With Microsoft's previous efforts at an ARM-powered Surface RT tablet failing to set the world on fire, partly because that version of Windows was unable to run standard x86, 32-bit software, the company is trying again.
As they say, when you fail, you should try, try and try again, unless you're failing at skydiving, and you should always give 100%, unless you're giving blood.
With Windows RT tablets having fallen from the sky without a parachute, Microsoft is now giving 100% of its blood and sweat to ensure that its Windows 10 and Qualcomm Snapdragon ARM-powered PCs can, this time, succeed, without hopefully too many, if any, tears.
In theory, this means thin-and-light iPad-style designs, with multi-day battery life, always-on connectivity, and compatibility with a stack of popular Windows desktop software, as well as having an iPad-like tablet that you can use a standard mouse with, something iPads still fail to offer power-users who prefer the precision of a traditional pointing device.
Naturally, this leads to other major questions – will consumers care? How much will such tablets cost? What is performance like? How compatible are these tablets with the Windows software you actually want to run? Are they subject to the same malware, ransomware, viruses and trojans that affect regular Windows PCs? Will Intel sue as it suggested it might?
If the price is right, if the battery life claims are real, if software compatibility is good, if there's greater immunity to malware and more, then Microsoft may well have cracked the tablet conundrum with technology that might set the public's imagination alight, causing them to open their hearts, minds and wallets.
That's a lot of ifs, but in a multiverse of infinite possibility, anything is possible, so we'll just have to wait and see.
So, it was with interest that I received and read a media release from Qualcomm and Microsoft on its new tablets.
As you can imagine, those "other major questions" I've listed above aren't answered in the document, which I've largely reprinted below, but the world's tech press will most certainly be answering those questions in record time once review units and general availability to the public has commenced.
The media release notes that both Qualcomm and Microsoft have "announced that the Always Connected PC category continues to grow in momentum as it’s embraced by additional mobile operators from around the world".
"This momentum can bring easy and affordable connectivity plans to consumers on advanced 4G/LTE wireless networks in Asia, Australia, North America and Europe.
"Select operators also plan to stock Always Connected PCs in their retail locations. Three new Windows 10 devices powered by the Qualcomm Snapdragon Mobile PC platform from OEM brands ASUS, HP and Lenovo plan to utilise mobile operators’ blazing fast 4G/LTE networks, supporting mobile computing virtually anytime, anywhere."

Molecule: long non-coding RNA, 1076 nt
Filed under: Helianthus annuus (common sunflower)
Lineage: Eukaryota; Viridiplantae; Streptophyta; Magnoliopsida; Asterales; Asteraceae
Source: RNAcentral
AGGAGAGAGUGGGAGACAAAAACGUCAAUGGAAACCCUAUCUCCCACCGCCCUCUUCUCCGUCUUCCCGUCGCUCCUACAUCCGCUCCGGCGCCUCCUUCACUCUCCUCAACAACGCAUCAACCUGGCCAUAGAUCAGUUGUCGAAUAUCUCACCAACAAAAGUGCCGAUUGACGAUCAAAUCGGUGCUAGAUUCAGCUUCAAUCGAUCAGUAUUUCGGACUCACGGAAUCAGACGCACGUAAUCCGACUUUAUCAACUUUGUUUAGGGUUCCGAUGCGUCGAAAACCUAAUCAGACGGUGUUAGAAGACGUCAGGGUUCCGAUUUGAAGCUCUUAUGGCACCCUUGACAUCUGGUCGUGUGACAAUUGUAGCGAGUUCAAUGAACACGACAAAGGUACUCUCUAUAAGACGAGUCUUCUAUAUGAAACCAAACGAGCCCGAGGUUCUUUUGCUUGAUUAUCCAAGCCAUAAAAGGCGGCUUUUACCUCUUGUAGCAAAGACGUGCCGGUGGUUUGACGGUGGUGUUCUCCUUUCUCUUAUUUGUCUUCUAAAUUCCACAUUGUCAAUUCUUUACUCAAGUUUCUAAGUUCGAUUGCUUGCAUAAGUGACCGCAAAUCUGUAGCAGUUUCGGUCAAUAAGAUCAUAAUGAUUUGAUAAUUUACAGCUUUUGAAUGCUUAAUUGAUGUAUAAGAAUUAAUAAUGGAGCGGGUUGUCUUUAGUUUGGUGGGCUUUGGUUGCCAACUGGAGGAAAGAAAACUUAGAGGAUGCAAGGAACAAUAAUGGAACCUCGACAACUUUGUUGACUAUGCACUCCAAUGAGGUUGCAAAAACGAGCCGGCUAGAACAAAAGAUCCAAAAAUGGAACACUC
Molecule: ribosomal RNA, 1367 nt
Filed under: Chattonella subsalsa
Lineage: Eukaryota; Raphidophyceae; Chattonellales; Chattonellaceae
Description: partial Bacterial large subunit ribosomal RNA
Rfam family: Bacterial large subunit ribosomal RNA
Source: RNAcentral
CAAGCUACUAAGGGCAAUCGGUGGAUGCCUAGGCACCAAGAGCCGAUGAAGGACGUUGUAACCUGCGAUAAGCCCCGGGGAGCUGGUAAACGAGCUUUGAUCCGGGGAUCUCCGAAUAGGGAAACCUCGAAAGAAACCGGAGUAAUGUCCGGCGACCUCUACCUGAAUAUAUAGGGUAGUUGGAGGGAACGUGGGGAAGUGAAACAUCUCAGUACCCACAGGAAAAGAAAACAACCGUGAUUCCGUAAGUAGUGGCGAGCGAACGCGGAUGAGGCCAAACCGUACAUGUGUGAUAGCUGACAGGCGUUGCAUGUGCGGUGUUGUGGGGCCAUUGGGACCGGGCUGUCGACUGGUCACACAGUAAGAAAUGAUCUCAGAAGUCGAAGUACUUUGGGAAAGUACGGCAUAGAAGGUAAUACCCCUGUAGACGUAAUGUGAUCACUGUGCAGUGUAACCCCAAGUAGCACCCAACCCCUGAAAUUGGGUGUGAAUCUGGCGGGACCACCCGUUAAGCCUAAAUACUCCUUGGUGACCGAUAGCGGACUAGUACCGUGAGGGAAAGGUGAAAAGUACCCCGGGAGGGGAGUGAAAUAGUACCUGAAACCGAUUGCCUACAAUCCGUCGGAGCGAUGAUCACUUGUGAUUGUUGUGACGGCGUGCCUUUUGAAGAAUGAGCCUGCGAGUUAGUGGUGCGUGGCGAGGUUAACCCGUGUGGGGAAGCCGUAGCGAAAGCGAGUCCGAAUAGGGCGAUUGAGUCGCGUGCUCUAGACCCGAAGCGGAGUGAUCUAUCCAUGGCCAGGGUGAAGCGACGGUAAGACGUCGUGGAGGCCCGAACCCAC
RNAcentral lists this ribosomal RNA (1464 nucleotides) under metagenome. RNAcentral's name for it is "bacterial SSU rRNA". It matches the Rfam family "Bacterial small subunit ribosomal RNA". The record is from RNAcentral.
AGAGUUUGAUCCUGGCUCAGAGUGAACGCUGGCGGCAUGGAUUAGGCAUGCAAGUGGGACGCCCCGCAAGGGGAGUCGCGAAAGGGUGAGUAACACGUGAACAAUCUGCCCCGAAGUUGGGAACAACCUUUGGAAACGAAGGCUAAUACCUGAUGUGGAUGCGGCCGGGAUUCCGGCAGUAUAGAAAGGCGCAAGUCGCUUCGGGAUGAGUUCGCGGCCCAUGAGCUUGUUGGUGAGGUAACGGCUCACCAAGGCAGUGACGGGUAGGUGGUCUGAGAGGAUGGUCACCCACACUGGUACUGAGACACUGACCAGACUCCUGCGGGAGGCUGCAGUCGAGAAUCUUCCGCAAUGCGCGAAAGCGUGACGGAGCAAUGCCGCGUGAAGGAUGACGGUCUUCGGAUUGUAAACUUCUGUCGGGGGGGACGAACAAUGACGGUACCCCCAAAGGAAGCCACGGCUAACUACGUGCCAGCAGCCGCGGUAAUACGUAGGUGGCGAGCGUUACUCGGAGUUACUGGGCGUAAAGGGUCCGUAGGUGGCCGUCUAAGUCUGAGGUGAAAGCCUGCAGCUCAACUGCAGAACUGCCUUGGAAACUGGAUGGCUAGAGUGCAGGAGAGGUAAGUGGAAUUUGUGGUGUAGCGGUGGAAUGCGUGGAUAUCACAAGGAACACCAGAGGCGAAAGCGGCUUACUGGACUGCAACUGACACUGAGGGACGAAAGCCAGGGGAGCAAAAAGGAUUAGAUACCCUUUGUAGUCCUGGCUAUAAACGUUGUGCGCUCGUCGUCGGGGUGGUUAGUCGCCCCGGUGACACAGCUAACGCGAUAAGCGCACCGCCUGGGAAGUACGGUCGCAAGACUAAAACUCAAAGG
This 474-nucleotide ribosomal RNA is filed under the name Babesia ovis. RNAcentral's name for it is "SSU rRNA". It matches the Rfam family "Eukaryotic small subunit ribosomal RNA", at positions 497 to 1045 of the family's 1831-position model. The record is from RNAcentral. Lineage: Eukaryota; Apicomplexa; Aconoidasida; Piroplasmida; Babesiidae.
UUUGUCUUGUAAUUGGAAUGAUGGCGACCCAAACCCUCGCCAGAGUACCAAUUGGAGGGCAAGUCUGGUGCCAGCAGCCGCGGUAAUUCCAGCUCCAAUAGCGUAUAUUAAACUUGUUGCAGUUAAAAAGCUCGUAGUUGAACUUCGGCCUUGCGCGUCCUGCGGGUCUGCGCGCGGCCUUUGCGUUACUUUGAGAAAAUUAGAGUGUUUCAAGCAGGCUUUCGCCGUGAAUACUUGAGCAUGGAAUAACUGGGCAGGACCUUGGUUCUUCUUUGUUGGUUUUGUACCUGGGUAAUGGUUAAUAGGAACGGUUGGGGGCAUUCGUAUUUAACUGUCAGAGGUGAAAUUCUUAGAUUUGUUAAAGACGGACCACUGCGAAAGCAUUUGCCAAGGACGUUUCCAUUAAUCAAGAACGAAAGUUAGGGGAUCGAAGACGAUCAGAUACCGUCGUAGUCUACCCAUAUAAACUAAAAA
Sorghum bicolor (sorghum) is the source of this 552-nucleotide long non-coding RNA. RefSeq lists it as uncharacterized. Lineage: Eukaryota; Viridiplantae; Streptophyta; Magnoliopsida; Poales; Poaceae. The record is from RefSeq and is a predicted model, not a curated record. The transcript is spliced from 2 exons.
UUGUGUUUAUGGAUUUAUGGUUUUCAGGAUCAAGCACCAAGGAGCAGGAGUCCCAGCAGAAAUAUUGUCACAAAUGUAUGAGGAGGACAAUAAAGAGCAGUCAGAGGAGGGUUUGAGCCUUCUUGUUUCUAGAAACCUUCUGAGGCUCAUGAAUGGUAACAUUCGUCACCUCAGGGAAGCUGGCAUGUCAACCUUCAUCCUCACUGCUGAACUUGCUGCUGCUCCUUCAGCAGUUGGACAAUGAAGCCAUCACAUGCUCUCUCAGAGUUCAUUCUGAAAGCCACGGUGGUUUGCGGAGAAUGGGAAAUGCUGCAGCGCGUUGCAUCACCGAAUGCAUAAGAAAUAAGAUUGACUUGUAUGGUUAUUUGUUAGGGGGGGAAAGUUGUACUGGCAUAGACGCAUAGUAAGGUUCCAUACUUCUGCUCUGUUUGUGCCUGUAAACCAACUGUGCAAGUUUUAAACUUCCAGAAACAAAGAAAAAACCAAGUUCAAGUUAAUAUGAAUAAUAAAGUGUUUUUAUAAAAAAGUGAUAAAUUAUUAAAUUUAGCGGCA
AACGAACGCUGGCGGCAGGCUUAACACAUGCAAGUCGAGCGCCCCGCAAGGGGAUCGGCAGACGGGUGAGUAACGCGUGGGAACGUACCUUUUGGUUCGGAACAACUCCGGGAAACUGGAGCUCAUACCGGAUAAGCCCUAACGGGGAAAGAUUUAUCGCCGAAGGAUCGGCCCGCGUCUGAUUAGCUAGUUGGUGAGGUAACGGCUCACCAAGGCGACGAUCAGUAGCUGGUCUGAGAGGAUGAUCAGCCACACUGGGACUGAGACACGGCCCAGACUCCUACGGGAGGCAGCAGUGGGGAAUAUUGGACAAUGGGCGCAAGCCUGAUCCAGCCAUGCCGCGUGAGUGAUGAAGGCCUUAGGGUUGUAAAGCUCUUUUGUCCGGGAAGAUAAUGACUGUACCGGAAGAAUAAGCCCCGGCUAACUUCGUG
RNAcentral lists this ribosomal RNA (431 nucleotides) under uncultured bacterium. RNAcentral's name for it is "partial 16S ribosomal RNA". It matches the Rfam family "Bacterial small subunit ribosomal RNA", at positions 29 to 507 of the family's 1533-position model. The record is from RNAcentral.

Don McGuire, Qualcomm's vice-president of Global Product Marketing, said: "“Our collaboration together with Microsoft has continued to build momentum for the Always Connected PC category.
“With the growing list of commitments from leading mobile operators worldwide, Snapdragon powered Always Connected PCs are engineered to offer consumers a compelling and powerful mobile computing experience, with instant on capability, always on connectivity* and ‘beyond all-day' battery life in innovative, thin and light designs."
We're told that "always Connected PCs are expected to utilise the blazing fast 4G/LTE speeds on the following leading mobile operator networks".
These operators include:
- Australia – Telstra
- China – CMCC (China Mobile Communications Corporation)
- France – Transatel
- Germany – Deutsche Telekom
- Ireland – Cubic
- Spain – Telefónica
- Switzerland – Swisscom
- US – T-Mobile and AT&T
These new operators join those previously announced at CES, which were:
- China – China Telecom
- Italy – TIM
- UK – EE
- US – Sprint, Verizon
Qualcomm also says in a different media release that, "beginning this calendar quarter, these Always Connected PCs are expected to be available online and hitting store shelves at the following leading retailers":
- US – Amazon, Microsoft Stores
- Australia – Microsoft Stores
- China – JD
- Italy – Unieuro
- France – Boulanger, Fnac
- UK – Asus Stores, BT Shop, John Lewis, Microsoft Stores, PC World
Matt Barlow, corporate vice-president of Windows and Devices at Microsoft, said: "The Always Connected PC combines the connectivity and the simplicity of the smartphone with the power and creative capability of the Windows 10 PC, transforming how we work and play.
“In collaboration with Qualcomm Technologies and with the support of these mobile operators, consumers will be able to enjoy up to gigabit 4G/LTE connectivity and stay connected to the things that are most important to them.”
We're reminded that CES 2018 saw Lenovo announce details of its "new Always Connected PC the Miix 630 2-in-1 detachable featuring the Snapdragon 835 Mobile PC Platform and Windows 10S for a streamlined experience".
We're also told that "this launch builds on the momentum of ASUS and HP, who launched their first Windows on Snapdragon devices — the 2-in-1 convertible ASUS NovaGo and the detachable HP ENVY x2 — during Qualcomm’s second annual Snapdragon Tech Summit last December".
"For more about device availability, consumers should look for specific mobile operator announcements and offers anticipated in the first half of 2018."
So, x86-compatible Windows on ARM is arming itself for battle against Intel-based tablets, iPads and Android tablets, with the world to discover whether customers will swallow these tablets at long last, or not.